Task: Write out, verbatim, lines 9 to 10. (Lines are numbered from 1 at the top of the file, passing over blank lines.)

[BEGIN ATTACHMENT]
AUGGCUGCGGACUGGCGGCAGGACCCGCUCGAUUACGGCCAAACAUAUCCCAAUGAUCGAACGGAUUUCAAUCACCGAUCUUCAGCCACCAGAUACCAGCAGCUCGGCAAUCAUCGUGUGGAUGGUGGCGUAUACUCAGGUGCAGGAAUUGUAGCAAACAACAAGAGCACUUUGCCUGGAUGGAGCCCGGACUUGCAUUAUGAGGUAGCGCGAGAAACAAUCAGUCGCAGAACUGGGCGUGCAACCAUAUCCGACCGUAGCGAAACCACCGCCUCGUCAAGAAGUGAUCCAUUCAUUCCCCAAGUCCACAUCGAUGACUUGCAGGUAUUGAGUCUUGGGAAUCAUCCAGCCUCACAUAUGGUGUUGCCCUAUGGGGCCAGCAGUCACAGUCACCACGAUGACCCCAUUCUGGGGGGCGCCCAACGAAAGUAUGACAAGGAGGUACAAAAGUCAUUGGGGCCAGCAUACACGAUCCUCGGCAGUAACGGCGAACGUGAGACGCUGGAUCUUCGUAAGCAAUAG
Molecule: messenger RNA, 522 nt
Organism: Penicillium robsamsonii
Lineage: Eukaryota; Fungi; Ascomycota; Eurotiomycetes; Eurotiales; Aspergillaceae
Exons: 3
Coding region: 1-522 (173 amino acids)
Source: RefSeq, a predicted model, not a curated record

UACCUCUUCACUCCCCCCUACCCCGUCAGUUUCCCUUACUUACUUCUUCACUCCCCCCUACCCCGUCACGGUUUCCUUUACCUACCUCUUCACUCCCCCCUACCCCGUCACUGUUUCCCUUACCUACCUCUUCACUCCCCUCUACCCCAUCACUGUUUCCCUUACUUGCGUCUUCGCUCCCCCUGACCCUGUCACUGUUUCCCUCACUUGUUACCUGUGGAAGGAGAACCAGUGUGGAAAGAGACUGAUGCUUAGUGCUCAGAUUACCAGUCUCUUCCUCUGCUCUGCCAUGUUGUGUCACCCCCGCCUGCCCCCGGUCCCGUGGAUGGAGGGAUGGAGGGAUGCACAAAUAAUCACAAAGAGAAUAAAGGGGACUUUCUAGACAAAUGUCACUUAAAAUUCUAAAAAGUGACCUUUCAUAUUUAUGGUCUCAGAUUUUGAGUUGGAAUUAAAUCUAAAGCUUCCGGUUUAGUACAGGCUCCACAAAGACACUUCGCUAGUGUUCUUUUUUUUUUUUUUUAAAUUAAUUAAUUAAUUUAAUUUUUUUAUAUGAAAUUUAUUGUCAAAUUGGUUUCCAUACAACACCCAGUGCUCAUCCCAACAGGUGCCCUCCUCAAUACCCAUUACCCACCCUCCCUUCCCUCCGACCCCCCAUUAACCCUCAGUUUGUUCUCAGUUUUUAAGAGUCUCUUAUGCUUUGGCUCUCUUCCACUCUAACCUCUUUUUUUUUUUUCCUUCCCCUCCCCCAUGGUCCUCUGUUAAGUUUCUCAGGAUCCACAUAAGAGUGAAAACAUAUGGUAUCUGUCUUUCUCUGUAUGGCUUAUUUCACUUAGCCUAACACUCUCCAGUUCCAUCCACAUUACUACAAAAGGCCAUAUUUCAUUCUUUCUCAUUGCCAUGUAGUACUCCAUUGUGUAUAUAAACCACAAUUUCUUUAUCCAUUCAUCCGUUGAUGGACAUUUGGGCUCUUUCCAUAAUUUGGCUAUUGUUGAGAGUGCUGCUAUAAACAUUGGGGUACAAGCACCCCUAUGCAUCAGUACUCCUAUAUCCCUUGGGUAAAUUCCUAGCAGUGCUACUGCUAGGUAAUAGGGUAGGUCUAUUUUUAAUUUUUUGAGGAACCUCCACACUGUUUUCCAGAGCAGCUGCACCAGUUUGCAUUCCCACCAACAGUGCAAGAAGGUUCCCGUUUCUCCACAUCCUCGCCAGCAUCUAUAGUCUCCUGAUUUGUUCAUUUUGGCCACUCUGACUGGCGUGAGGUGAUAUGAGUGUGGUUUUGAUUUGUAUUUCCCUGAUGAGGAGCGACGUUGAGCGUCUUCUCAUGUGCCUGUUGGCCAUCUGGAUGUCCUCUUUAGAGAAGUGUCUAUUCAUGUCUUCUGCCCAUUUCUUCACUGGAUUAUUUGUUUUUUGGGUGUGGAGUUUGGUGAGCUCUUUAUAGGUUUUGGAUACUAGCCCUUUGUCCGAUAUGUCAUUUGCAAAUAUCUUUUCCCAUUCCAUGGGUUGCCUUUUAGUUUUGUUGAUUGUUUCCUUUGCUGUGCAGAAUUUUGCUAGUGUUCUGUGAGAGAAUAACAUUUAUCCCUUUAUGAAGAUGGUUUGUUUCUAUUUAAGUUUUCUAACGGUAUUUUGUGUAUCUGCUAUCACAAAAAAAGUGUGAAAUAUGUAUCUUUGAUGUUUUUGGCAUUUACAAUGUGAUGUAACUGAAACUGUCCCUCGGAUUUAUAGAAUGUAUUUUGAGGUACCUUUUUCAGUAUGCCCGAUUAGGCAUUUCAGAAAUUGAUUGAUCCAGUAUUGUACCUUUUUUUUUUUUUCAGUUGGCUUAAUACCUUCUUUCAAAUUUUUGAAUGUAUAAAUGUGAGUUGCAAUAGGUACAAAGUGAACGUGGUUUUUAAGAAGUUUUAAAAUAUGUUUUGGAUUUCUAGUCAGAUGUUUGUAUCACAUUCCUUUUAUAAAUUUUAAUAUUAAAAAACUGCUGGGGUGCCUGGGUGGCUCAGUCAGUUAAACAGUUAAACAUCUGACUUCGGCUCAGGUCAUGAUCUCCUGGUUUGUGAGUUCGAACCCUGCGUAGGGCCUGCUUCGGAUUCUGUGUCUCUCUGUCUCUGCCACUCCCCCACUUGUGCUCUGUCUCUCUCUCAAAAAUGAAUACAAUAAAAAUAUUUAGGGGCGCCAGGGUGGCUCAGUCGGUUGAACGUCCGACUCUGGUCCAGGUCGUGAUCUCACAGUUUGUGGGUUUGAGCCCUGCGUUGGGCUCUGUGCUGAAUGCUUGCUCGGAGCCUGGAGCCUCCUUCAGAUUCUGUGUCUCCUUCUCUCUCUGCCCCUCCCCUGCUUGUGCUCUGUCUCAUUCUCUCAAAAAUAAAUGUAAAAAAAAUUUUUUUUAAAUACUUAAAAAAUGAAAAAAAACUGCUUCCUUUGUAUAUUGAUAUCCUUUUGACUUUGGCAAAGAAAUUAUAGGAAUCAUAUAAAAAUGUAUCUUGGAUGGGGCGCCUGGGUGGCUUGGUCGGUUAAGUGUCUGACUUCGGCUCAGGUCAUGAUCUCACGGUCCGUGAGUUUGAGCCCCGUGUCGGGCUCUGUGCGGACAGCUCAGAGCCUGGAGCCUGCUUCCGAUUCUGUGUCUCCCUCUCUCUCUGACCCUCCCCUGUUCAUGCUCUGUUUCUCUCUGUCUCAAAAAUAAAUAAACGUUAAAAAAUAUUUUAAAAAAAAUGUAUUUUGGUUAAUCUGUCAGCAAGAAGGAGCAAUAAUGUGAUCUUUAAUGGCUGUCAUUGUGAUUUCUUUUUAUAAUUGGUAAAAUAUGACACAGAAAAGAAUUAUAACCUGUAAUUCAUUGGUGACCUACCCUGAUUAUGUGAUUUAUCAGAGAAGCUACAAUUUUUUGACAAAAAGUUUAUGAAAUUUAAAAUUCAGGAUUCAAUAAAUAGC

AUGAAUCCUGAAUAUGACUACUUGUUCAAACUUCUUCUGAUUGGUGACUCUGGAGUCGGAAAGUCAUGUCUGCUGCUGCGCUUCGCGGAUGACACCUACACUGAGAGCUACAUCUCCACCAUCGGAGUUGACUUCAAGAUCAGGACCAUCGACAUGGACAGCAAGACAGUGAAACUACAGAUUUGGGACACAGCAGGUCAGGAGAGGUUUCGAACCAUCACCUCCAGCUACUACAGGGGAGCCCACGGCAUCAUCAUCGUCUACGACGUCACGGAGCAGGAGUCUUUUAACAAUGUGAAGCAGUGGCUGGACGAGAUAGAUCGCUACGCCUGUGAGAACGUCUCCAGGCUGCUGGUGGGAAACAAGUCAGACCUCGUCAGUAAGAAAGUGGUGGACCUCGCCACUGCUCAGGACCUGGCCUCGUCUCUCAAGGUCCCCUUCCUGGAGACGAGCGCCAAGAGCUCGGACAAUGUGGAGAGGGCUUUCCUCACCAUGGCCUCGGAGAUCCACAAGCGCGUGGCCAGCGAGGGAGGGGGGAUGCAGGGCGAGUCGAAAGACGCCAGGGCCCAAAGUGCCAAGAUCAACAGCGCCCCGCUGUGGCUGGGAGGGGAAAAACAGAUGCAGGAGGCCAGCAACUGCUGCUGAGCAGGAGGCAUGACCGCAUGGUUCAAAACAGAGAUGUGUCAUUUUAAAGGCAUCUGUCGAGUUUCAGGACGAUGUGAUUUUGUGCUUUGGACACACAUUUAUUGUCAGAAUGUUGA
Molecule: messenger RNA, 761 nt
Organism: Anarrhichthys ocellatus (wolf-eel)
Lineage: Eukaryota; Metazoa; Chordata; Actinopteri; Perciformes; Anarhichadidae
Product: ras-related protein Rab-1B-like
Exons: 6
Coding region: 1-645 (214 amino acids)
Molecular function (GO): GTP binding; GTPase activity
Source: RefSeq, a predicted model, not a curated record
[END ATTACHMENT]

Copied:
AUGAAUCCUGAAUAUGACUACUUGUUCAAACUUCUUCUGAUUGGUGACUCUGGAGUCGGAAAGUCAUGUCUGCUGCUGCGCUUCGCGGAUGACACCUACACUGAGAGCUACAUCUCCACCAUCGGAGUUGACUUCAAGAUCAGGACCAUCGACAUGGACAGCAAGACAGUGAAACUACAGAUUUGGGACACAGCAGGUCAGGAGAGGUUUCGAACCAUCACCUCCAGCUACUACAGGGGAGCCCACGGCAUCAUCAUCGUCUACGACGUCACGGAGCAGGAGUCUUUUAACAAUGUGAAGCAGUGGCUGGACGAGAUAGAUCGCUACGCCUGUGAGAACGUCUCCAGGCUGCUGGUGGGAAACAAGUCAGACCUCGUCAGUAAGAAAGUGGUGGACCUCGCCACUGCUCAGGACCUGGCCUCGUCUCUCAAGGUCCCCUUCCUGGAGACGAGCGCCAAGAGCUCGGACAAUGUGGAGAGGGCUUUCCUCACCAUGGCCUCGGAGAUCCACAAGCGCGUGGCCAGCGAGGGAGGGGGGAUGCAGGGCGAGUCGAAAGACGCCAGGGCCCAAAGUGCCAAGAUCAACAGCGCCCCGCUGUGGCUGGGAGGGGAAAAACAGAUGCAGGAGGCCAGCAACUGCUGCUGAGCAGGAGGCAUGACCGCAUGGUUCAAAACAGAGAUGUGUCAUUUUAAAGGCAUCUGUCGAGUUUCAGGACGAUGUGAUUUUGUGCUUUGGACACACAUUUAUUGUCAGAAUGUUGA
Molecule: messenger RNA, 761 nt